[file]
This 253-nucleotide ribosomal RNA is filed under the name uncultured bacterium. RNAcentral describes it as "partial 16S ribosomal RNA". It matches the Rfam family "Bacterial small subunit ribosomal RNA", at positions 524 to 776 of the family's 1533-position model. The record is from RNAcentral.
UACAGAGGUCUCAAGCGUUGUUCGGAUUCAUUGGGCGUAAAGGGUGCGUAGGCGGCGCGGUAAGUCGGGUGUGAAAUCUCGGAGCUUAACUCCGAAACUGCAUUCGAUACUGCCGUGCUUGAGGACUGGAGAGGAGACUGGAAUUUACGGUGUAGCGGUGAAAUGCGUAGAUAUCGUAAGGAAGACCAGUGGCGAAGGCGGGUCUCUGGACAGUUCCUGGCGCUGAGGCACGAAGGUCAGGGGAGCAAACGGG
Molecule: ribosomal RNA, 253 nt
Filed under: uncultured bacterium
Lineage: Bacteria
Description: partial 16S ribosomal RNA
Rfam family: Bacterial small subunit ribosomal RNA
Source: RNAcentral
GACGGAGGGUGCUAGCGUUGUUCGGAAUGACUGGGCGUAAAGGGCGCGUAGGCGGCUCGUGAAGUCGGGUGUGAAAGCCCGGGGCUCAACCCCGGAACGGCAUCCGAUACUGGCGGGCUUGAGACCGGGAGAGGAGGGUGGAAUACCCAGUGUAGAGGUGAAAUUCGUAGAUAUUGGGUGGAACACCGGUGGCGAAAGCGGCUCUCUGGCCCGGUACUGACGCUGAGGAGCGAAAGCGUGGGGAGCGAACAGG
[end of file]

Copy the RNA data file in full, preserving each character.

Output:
This 253-nucleotide ribosomal RNA is filed under the name uncultured bacterium. RNAcentral describes it as "partial 16S ribosomal RNA". It matches the Rfam family "Bacterial small subunit ribosomal RNA", at positions 524 to 776 of the family's 1533-position model. The record is from RNAcentral.
UACAGAGGUCUCAAGCGUUGUUCGGAUUCAUUGGGCGUAAAGGGUGCGUAGGCGGCGCGGUAAGUCGGGUGUGAAAUCUCGGAGCUUAACUCCGAAACUGCAUUCGAUACUGCCGUGCUUGAGGACUGGAGAGGAGACUGGAAUUUACGGUGUAGCGGUGAAAUGCGUAGAUAUCGUAAGGAAGACCAGUGGCGAAGGCGGGUCUCUGGACAGUUCCUGGCGCUGAGGCACGAAGGUCAGGGGAGCAAACGGG
Molecule: ribosomal RNA, 253 nt
Filed under: uncultured bacterium
Lineage: Bacteria
Description: partial 16S ribosomal RNA
Rfam family: Bacterial small subunit ribosomal RNA
Source: RNAcentral
GACGGAGGGUGCUAGCGUUGUUCGGAAUGACUGGGCGUAAAGGGCGCGUAGGCGGCUCGUGAAGUCGGGUGUGAAAGCCCGGGGCUCAACCCCGGAACGGCAUCCGAUACUGGCGGGCUUGAGACCGGGAGAGGAGGGUGGAAUACCCAGUGUAGAGGUGAAAUUCGUAGAUAUUGGGUGGAACACCGGUGGCGAAAGCGGCUCUCUGGCCCGGUACUGACGCUGAGGAGCGAAAGCGUGGGGAGCGAACAGG